Are there any Swiss banks that haven’t agreed to cooperate with the IRS? Probably not!
The push to find unreported foreign accounts began in 2009 with the deferred prosecution of Swiss banking giant, UBS. Bradley Birkenfeld, a former UBS private banker, blew the whistle on his former employer and promptly earned a $104 million whistleblower award. UBS paid a fine of $780 million and thus began a new era.
Since the UBS case, Credit Suisse has paid $2.6 billion to settle criminal charges of helping wealthy Americans evade taxes. Wegelin, Switzerland’s oldest private bank, also pleaded guilty and soon thereafter closed its doors. Those prosecutions scared the remaining Swiss banks into action. So far 27 Swiss banks have settled with the United States Department of Justice.
The newest settlements come from Geneva-based Banque Pasche SA and Pfaffikon-based Arvest Privatbank AG. Of the two banks, Banque Pasche paid a much higher penalty for its actions. The Justice Department said that bank helped Americans who were trying to move their money from UBS and Credit Suisse ahead of those prosecutions. The bank also helped Americans file false tax returns.
The Justice Department also said that Banque Pasche helped Americans avoid detection by setting up phony entities in Panama or the British Virgin Islands. Arvest Privatbank apparently did the same thing but instead helped taxpayers set up fake trusts and foundations in St. Kitts and Liechtenstein.
Nominee accounts have long been a subterfuge for tax evasion. There use has become so prevalent that the IRS considers the use of a shell or nominee entity to be an affirmative act of tax evasion. Both willful failure to file an FBAR and tax evasion are felonies punishable by 5 years in prison.
Owning a Swiss account or keeping money in a foreign account is legal as long as all reporting requirements are met. Federal law requires taxpayers with more than $10,000 in foreign financial assets to file a yearly FBAR form and declare the account. Short for Report of Foreign Bank and Financial Accounts, an FBAR form must be filed by both the owner of an account and anyone having signature authority.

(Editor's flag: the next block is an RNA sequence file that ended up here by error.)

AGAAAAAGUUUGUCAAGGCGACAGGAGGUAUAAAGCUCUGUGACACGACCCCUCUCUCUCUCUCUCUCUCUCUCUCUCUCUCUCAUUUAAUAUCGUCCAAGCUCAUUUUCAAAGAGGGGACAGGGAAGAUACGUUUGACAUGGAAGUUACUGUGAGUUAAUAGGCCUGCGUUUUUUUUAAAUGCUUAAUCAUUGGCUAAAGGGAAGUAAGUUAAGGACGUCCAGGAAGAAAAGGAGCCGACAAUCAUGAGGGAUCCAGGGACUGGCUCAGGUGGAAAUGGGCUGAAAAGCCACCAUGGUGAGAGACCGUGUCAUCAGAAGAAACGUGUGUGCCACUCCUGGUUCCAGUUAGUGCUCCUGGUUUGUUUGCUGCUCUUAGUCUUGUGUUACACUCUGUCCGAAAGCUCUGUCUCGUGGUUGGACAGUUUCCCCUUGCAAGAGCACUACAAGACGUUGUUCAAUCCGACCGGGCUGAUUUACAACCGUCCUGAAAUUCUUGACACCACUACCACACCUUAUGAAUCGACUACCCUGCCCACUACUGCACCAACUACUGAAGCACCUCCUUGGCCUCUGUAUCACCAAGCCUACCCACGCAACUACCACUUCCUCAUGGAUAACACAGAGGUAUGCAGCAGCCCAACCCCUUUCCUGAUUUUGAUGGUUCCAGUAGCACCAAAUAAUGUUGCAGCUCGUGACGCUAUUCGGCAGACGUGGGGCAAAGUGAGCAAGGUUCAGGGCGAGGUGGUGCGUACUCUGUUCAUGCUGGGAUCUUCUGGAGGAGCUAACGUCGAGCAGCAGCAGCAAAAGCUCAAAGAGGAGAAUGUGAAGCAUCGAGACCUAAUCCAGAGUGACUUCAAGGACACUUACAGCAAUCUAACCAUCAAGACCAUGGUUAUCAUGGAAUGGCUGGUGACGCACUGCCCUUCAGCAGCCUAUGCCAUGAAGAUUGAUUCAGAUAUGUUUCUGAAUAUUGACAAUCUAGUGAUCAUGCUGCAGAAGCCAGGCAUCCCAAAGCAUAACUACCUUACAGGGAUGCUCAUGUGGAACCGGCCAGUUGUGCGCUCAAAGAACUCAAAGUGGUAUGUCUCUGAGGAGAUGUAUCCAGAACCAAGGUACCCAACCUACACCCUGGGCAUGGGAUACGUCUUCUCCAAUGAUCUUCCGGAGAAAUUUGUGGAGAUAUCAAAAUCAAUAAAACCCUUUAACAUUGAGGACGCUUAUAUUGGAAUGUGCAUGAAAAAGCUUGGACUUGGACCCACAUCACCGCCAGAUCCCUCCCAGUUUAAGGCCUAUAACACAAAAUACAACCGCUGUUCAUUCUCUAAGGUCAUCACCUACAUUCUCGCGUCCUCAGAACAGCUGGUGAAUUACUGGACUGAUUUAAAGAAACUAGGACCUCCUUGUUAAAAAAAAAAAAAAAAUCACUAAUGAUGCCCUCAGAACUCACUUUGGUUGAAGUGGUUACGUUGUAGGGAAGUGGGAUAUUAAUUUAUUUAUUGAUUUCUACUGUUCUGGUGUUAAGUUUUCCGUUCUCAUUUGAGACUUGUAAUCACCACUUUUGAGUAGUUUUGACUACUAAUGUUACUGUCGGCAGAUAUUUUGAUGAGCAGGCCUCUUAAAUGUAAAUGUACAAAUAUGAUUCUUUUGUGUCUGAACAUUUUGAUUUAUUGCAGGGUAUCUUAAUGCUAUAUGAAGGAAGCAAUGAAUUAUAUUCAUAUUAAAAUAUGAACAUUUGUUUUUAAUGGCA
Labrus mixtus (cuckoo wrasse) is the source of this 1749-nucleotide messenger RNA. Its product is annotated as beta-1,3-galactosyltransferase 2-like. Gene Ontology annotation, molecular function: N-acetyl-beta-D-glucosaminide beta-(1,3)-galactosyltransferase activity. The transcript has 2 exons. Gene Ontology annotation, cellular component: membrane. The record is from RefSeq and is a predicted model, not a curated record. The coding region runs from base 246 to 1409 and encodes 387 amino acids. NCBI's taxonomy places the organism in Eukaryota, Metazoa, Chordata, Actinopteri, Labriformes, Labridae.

According to a statement from the Justice Department, “Banque Pasche and Arvest have provided detailed information regarding the ways in which Swiss banks helped U.S. taxpayers conceal foreign accounts and evade their U.S. tax obligations, including through the use of numbered and coded accounts and sham offshore entities. As required under the program, these banks will continue to cooperate as we aggressively pursue those individuals and the professionals who facilitated their criminal conduct.”
We anticipate another 75 Swiss banks will come forward in the coming weeks. The Justice Department and IRS have now set their sights on banks domiciled in other countries including the Bahamas, Caymans, India, Israel, Brazil, Luxembourg.
If you have unfiled FBAR forms that are more then one-year delinquent, contact an experienced IRS tax lawyer immediately. As noted above, failure to file an FBAR may be a felony and usually always carries stiff civil penalties. There are amnesty and streamlined reporting options but those are only available if you contact the IRS first. Once the IRS obtains your name, all bets are off.
For more information, contact attorney Beth Canfield at or by telephone at (414) 223-0464. All inquiries are protected by the attorney – client privilege and kept strictly confidential. Initial consultations are free and FBAR services are available worldwide. Most matters can be handled on a flat fee basis.